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Tanegashima

Category: Term of the day

Soldiers with tanegashimas (modern times)

Tanegashima was a type of matchlock or arquebus firearm introduced to Japan through the Portuguese in the 16th century.

Tanegashima were used by the samurai class and their foot soldiers (ashigaru) and within a few years the introduction of the tanegashima in battle changed the way war was fought in Japan forever.

The name "tanegashima" came from the Japanese island (Tanegashima) where a Chinese junk with Portuguese adventurers on board was driven to anchor by a storm in 1543. The lord of the Japanese island, Tanegashima Tokitaka (15281579), purchased two matchlock rifles from the Portuguese and put a swordsmith to work copying the matchlock barrel and firing mechanism. The smith (Yaita) did not have much of a problem with most of the gun but "drilling the barrel helically so that the screw (bisen bolt) could be tightly inserted" was a major problem as this "technique did apparently not exist in Japan until this time." The Portuguese fixed their ship and left the island and only in the next year when a Portuguese blacksmith was brought back to Japan was the problem solved.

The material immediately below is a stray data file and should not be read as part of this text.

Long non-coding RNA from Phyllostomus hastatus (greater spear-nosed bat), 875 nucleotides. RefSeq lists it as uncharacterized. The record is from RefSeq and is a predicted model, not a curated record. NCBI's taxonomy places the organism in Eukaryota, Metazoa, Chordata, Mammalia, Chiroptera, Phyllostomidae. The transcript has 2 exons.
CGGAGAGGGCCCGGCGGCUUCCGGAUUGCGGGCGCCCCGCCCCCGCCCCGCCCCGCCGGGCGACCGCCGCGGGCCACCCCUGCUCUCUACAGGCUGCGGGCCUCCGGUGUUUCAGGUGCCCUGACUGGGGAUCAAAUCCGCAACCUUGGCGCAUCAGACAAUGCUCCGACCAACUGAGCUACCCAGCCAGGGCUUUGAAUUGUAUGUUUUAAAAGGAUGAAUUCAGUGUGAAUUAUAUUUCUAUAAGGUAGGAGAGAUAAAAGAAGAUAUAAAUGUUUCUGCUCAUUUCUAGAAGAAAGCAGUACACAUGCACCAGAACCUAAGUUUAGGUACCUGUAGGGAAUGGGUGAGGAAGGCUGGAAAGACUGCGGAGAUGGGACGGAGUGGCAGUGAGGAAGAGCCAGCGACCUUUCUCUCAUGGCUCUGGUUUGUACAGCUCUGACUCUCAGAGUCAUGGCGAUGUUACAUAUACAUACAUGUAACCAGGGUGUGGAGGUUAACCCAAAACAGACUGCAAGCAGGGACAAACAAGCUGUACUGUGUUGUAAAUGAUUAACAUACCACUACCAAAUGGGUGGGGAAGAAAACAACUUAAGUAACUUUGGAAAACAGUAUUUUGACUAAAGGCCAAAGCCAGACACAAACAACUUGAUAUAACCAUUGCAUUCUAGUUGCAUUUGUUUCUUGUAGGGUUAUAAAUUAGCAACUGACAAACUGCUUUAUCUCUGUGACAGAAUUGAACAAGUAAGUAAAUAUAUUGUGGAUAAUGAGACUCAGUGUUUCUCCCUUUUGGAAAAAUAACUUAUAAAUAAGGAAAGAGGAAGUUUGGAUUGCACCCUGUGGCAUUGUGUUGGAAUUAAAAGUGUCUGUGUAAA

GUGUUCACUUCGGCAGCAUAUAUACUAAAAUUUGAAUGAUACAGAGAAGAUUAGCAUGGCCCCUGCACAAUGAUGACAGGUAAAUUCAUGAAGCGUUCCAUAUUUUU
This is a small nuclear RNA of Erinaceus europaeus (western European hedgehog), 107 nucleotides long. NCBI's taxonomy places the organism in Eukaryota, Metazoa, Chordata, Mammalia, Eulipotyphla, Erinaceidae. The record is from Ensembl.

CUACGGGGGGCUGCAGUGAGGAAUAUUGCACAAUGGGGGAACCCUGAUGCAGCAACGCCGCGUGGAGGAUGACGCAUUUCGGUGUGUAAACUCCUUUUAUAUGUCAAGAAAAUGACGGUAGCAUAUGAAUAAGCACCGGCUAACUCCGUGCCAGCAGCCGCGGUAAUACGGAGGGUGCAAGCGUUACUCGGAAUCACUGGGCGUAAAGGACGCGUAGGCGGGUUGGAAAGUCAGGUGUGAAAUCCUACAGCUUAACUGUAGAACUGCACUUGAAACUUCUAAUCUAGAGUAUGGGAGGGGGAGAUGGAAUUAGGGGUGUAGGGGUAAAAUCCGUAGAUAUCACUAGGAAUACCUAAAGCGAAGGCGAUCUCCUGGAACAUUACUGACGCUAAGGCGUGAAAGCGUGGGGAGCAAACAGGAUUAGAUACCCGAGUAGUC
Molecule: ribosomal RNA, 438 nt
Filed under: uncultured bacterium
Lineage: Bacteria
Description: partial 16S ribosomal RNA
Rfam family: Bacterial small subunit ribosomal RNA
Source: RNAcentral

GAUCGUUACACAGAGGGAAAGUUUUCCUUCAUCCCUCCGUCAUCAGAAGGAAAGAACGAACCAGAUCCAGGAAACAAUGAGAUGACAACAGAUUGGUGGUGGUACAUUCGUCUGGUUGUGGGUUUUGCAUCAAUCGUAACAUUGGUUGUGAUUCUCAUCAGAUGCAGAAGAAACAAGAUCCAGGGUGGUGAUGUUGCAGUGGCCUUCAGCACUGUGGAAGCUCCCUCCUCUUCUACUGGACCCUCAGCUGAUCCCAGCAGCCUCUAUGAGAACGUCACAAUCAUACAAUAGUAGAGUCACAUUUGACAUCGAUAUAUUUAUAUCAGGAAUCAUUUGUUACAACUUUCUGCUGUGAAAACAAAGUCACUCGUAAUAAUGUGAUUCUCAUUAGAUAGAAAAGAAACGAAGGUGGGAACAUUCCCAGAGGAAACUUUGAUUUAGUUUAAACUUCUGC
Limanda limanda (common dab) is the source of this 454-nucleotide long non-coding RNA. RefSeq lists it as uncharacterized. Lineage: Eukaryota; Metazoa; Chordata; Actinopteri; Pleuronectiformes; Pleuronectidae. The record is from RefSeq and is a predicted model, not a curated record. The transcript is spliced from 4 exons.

Within ten years of its introduction, an upwards of 300,000 tanegashima firearms were reported to have been manufactured.

Sergyi Way
28.03.2013

www.army-guide.com

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